I honestly feel that this article is a total rip off of others work but I didn’t find any summary about “advanced” Adobe Launch capabilities anywhere so I decided to create my own list of things I discovered along the way of working with Launch. I have gathered the different information that I have found during my time working on Launch implementations, so most of the element below have anything to do with me but lots to do to other people, so kudos to them.
If you find that I missed anything worth mentioning, feel free to comment it.
This one is an easy one because there is an official Adobe article about it, however, it is hidden in the official documentation in between all of the reference object form Launch.
The best way to learn about it is a hidden post on medium : https://medium.com/adobetech/launch-library-monitoring-hooks-c674d16deae3. Thanks to Aaron Hardy for the nice explanation.
You can use monitor hooks to keep track on which rules have been fired on your website. However this functionality is not recommended on your production environment for possible future discrepancy on this API.
Self hosting Launch Library
This article is coming from Jenn Kunz (33sticks) and explain how you can still build your library in a host managed by Adobe but download the library to host it on your own domain.
When discussing self-hosting option, it usually involves fancy IT setup to retrieve library built on some sort of pull requests.
But before you go into that frenzy, Jenn solution is simple and easy to implement and you can just try if that would be enough to realize this manual implementation.
Additional Parameters to Launch Direct Call Rules
This one is pretty famous already but it may be helpful to anyone starting with Launch, you can pass additional parameters to Launch Direct Call Rules.
Also now the Direct Call Rules can be attached to several rules. It used to fired only the first rule defined by it.
And because we already linked Jenn Kunz, I will just do the same here and link the 33sticks article that explains everything very clearly.
Launch Load Order
At some point, with any Tag Management System (TMS) you are wondering what is the load order of the different component. You can obviously do a lot of tests in order to find out this.
But you can also read Jan Exner Blog post about it: https://webanalyticsfordevelopers.com/2019/05/07/reference-launch-load-order-with-an-extension/
Promise support in Launch
Launch provide lots of flexibility for building your implementation, you can use sync or async mode on your implementation. You can define rule order to define priority on rules that fire at the same time (or with the same event).
This is awesome but you can never be sure of the rule order, especially in a rule, if they do some kind of network call that takes some time. In async mode, it is pretty tough to understand what is really going on.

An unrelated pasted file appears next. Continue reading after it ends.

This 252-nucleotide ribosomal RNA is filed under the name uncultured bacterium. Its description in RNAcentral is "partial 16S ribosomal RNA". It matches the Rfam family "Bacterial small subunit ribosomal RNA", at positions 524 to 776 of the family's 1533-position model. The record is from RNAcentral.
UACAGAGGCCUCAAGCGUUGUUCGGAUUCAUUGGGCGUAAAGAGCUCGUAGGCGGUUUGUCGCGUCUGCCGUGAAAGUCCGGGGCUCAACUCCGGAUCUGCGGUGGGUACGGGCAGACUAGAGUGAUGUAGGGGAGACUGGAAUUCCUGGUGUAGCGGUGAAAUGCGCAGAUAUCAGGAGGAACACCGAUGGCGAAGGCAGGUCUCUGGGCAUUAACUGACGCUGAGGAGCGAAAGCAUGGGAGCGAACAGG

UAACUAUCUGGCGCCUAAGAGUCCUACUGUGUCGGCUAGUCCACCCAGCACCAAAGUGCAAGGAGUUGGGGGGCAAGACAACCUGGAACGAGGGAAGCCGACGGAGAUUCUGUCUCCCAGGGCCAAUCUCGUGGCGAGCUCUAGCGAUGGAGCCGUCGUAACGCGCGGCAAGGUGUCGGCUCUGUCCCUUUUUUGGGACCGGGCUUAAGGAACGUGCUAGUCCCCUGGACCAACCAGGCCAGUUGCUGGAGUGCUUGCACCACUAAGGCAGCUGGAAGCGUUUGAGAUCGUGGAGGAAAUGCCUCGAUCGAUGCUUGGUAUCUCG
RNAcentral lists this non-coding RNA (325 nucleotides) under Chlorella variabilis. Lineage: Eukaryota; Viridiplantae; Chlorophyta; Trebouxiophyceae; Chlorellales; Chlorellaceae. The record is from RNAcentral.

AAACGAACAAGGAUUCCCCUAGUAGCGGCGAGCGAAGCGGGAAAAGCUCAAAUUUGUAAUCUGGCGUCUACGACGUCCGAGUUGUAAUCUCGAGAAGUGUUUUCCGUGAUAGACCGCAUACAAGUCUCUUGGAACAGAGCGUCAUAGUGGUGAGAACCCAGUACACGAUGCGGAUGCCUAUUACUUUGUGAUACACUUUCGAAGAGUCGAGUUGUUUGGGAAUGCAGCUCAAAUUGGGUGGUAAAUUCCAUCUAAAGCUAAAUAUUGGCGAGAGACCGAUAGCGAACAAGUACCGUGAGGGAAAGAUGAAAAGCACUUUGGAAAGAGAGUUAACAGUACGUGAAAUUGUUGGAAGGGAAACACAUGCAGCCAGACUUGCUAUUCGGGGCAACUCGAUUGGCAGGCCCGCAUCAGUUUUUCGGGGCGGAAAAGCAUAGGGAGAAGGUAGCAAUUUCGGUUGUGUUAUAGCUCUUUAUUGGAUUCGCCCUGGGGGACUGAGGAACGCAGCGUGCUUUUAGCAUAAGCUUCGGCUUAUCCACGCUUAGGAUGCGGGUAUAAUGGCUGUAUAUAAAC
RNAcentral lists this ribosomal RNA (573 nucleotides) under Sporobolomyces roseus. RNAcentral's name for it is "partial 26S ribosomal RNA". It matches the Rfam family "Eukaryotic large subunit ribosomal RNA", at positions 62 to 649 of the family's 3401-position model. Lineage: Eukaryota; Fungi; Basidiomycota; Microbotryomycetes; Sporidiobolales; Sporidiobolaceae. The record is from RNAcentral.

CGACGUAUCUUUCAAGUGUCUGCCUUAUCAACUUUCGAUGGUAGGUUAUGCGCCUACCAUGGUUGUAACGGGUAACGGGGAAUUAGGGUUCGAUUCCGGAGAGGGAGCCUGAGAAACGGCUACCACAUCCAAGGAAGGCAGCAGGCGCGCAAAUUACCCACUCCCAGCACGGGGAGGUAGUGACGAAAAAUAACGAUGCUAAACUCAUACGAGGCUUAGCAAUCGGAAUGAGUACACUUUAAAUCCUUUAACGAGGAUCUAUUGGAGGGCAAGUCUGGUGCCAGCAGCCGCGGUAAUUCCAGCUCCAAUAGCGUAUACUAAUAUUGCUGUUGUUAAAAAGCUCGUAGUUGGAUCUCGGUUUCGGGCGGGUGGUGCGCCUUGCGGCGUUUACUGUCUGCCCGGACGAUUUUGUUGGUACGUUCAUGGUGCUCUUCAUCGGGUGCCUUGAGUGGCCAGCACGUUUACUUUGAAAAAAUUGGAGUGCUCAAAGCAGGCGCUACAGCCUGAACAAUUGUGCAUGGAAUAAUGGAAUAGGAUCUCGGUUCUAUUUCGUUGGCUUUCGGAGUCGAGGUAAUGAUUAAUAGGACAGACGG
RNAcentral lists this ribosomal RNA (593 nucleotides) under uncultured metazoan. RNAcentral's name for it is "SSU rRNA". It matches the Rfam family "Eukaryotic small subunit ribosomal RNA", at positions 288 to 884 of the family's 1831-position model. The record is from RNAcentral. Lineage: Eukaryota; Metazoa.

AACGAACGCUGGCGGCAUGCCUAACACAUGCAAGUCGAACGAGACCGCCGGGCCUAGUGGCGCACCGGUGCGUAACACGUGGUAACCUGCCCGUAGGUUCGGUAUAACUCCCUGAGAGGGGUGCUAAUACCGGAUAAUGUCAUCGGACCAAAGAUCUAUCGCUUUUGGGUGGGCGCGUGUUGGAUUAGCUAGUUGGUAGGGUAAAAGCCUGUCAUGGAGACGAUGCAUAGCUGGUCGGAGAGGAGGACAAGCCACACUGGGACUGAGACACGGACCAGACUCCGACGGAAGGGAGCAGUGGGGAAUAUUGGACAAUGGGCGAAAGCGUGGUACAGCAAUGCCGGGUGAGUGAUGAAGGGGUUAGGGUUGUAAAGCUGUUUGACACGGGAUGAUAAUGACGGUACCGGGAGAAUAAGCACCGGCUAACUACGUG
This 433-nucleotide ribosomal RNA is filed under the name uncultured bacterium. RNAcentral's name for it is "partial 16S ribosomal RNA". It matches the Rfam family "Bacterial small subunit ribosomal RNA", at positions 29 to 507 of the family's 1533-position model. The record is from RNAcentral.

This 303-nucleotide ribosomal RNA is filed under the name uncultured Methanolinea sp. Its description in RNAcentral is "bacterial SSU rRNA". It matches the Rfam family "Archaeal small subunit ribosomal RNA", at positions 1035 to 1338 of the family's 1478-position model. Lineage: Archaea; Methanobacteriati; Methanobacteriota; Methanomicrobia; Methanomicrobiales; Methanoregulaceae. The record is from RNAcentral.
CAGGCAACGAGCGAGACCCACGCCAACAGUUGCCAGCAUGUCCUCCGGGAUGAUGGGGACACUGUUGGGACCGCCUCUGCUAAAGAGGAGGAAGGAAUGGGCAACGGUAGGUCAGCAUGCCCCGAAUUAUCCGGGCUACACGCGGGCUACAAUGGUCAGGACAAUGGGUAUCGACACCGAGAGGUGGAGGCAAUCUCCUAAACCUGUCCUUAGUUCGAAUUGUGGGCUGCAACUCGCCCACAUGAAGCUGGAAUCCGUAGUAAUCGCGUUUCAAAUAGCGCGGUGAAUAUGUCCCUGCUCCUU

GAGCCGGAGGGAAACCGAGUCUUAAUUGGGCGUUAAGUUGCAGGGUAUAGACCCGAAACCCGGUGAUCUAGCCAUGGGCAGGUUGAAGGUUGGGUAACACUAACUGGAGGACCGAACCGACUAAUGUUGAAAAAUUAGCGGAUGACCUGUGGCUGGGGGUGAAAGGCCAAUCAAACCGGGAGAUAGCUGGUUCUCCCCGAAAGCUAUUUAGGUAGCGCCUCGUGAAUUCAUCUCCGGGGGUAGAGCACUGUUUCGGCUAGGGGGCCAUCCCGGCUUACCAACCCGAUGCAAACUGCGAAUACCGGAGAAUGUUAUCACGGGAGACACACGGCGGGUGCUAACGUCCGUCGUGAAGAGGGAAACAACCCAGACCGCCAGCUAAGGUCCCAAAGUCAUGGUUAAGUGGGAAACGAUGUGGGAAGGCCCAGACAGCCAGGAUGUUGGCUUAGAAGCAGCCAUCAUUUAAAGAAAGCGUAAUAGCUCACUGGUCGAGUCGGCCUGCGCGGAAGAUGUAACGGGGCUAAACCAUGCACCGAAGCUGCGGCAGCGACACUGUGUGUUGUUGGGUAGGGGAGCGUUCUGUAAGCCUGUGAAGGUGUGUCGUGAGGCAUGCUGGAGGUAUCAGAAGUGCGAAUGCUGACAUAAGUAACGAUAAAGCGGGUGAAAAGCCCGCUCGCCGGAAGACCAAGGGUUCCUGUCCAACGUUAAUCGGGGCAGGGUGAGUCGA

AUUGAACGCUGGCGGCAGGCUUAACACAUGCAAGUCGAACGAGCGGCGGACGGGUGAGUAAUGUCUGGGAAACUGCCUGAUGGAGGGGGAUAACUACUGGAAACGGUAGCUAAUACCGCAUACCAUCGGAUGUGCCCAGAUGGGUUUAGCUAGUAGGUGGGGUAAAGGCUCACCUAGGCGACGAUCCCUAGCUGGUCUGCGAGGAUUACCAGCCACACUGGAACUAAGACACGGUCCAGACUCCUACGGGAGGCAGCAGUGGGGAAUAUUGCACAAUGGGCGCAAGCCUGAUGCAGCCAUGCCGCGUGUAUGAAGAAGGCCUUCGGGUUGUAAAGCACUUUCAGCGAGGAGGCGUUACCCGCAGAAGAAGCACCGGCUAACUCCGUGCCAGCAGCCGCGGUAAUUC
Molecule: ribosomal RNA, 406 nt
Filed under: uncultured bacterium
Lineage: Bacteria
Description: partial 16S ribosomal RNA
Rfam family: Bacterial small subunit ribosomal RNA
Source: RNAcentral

Recently (May 2020) the Launch team gave a really good news for the community. The support of promises in Launch and its default implementation for the action sequence definition.
If you want to know more about the change, I will encourage you to look at the post from Ben Robison.
btw: This was already the case for Adobe Analytics, each Set Variables action was actually a promise. This was ensuring that the “send beacon” action wasn’t fired before you finish setting your dimension.
This one part hasn’t been tackle from what I know but it is about resource loading. So let say it might be my contribution to this list of thing to know.
When you Launch script is running, you may see other different requests going out from the network tab.
Something like :
Some of you may be wondering what those are, and most of you are most likely knowing those are different actions you have set in your rule(s) that are executing.
What Launch is doing is externalizing the resource in another js file and then loaded it up when the condition are met. Pretty efficient in reducing size of your main library loaded.
What you may not know is that not all of your action are being handled this way.
When your event is “Library Loaded” (page top), your script is hosted in the main library (the one loaded first). That makes sense because Launch will try to fire that script as soon as possible, loading it from external resources will queue it with the other resources being loaded from the page.
All of the other events (click, Window Loaded, DOM Ready, etc…) are going to host your script externally.
OK, true, you may have known that…
But did you know that the Analytics “Set Variable” action are actually all integrated within your main library load ?
Independently from the event selected, Launch host the custom code set in the “Set Variable” actions in the main Launch library.
That ensures a better and more efficient tracking.
Therefore, if you are doing lots of custom code in your “Set Variable” actions, it will increase the size of the main Launch library.
Also, even though Core “Custom Code” and Custom Code in Analytics “Set Variable” are looking the same, they are not behaving the same way.
China exception (for the time being)
For the last note; I have been recently made aware of the china CDN situation for Launch.
At the moment (May 2020), the “managed by Adobe” hosting method is not hosting your library into China. It is usually delivering the library to your china website from the Singapore CDN.
This comes with delay on the on page load time because the scripts will need to go through the firewall.
As described in the post, the solution for the time being would be to self-host in your china server (if you can).
For that, you can jump back to the “Self hosting Launch Library” paragraph.
Or you can wait because a solution is being worked on by Adobe now.